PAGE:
I was looking for a quick but not mindless project to work on while I
wait for the oodles of yarn to arrive in the mail for my next BIG
project. I sat down to page through my knitting books for inspiration
when My Grandmother’s Knitting popped open to Jared Flood’s Tilden Baby Hat.
I loved the colors and simple but beautiful pattern. I definitely
wanted to knit this for myself, but the pattern was for a toddler sized
One of my favorite parts about working with other knitters and crocheters is how much there is to learn! It seems that everyone has their own repetoire of tips and tricks that they have gathered from years of experience. That being said, this is exactly how this week’s technique of the week came together! Kerin is always working on something, whether it be charity hats, pullovers, or complex colorwork sweaters. While knitting on a hat she had been making up, the converstion turned to the techniques of stranded colorwork, which led (obviously) to how one handles stranding three colors across the row at once! As usual, Kerin was nice enough to indulge my excitement and we created a video tutorial to share this technique with other colorwork obsessed knitters!
Surely the Oscars made you hungry for more beauty and competition? Well, we’re pleased to announce that Knit Picks was nominated for “Best Needles” in the 2012 Reader’s Choice Awards on About.com! To become a finalist, we were ranked in the top five by dedicated About.com staffers, sifting through hundreds of nominations.
I finally got some decent pictures of my Swish Bulky sweater! This is not only to show that I did make said sweater, but to immortalize its temporary whiteness.
You see, I’m really, really good at turning white clothes pink. I
don’t really have problems with any other color of clothing, but white
things just don’t stay white. So, in order to prevent my inevitable
disappointment, I’m planning on dyeing my sweater. But I can’t figure
out what color to dye it – or what dye to use.
Need a new project? Check out our Freebie Friday pattern this week – a pair of cute fingerless mitts!
These are Helen Duffy‘s Fingerless Mitts. I just love the little cable up the side.
With Kerin & Hannah’s recent posts on organizing their stash, I decided to work on my craft corner last weekend!
When I lived in Massachusetts, my significant other & I had a 3 bedroom house, which was great! I took the tiny room for my craft area, where I could keep all my yarny things, plus my sewing machine, books, a comfy chair and anything else I wanted in my own private sanctuary. It was a very small dark room but I liked having a place of my own.
When I first started knitting with my handspun yarn, I can’t tell you how many times I’ve wished for a magical label marked with yarn weight, recommended needle size, yardage, and washing instructions. Over time, I’ve gotten better about documenting my handspun as I create it; when I don’t take notes, though, I have to just wing it!
For a recent cross-country trip I decided to give myself a little challenge – I packed nothing but 4 skeins of handspun yarn and an assortment of needle tips and cables. The four skeins I chose were finished more recently, so I hadn’t had time to measure the yardage, weigh them, or even match them up with other yarn for projects.
I’ve been knitting for quite some time now (going on seven years! Phew!)
and I’ve only successfully knit two sweaters, both of which were
separated by years of socks, mittens and other smaller projects. It was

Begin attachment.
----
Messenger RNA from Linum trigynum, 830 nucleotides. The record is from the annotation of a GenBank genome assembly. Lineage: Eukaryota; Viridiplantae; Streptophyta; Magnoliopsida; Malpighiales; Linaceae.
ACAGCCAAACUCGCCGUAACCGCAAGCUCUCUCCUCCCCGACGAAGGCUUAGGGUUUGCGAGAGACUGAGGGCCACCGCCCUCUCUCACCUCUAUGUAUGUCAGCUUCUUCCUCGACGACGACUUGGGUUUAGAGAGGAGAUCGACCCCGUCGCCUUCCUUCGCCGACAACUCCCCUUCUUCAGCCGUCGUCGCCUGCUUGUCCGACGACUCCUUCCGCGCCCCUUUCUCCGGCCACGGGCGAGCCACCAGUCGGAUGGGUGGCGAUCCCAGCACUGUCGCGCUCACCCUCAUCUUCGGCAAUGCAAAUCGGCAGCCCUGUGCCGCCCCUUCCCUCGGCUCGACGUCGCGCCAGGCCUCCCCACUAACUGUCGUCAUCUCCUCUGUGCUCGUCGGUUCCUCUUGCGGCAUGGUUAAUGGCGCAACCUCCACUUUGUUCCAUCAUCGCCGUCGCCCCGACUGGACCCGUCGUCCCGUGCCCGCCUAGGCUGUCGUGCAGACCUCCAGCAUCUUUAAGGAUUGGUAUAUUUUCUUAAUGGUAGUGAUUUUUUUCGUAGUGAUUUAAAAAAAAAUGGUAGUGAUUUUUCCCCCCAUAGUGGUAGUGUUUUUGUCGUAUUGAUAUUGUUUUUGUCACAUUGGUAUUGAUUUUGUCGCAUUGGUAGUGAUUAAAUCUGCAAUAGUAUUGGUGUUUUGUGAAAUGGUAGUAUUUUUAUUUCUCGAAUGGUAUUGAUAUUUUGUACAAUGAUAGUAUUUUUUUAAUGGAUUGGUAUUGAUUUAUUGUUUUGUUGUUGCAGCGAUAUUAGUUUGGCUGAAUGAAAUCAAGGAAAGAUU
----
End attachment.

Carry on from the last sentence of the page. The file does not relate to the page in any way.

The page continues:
always so hard to take the plunge and invest in enough yarn for a full,
cozy sweater. This past summer I found the Larch Cardigan by Amy Christoffers and fell head over heels for it. The color and high collar really caught my eye! I fussed over which yellow and which yarn I would knit my new dream cardigan in and eventually settled on Stroll Sport in Mustard
to give it a nice, soft drape and so that I’d be able to machine wash
it. I set to work and finished all the pieces within two weeks! But…
then came the sleeves.
This week’s technique of the week is all about silk hankies! Also known as mawata, each silk hankie is made
of silk from cocoons that are stretched and dried over a square loom that can
then be pulled apart, drafted and worked into yarn. Best part of all is that you don’t need any special tools and you don’t even need to know how to spin in order to enjoy these lovely silk hankies. Simply peel off a light-as-air layer of silk and slowly pull it apart by beginning in the center, and you’ll be ready to knit or crochet with it.
These stunning Silk Hankies from Hanks in the Hood are available in so many beautiful colors, choosing your favorite just might be the hardest part! Another advantage for those unfamiliar to spinning techniques is that silk has very long fibers, which makes it easy to draft without accidentally pulling it completely apart. Although the process of turning your silk hankies into yarn is rather simple, it can be a bit intimidating at first and feel somewhat like you are venturing into unknown waters. And if you are anything like me, a little visual reference can go a long way when I am learning new techniques. Which is why we put together a video tutorial all about how to work with silk hankies. You’ll learn all about seperating and drafting each layer by layer, how to start working with your drafted fiber, along with other tips and trick for working with these beauties!
There’s a lot to be said for gift yarns. When my friend went walking along the knitting shop row in Buenos Aires, Argentina, she bought a lovely skein of hand-dyed, ribbon yarn. It took a long time for me to find something to make out of the precious skein. I wanted a scarf or shawlette that I could knit without worrying about the yardage.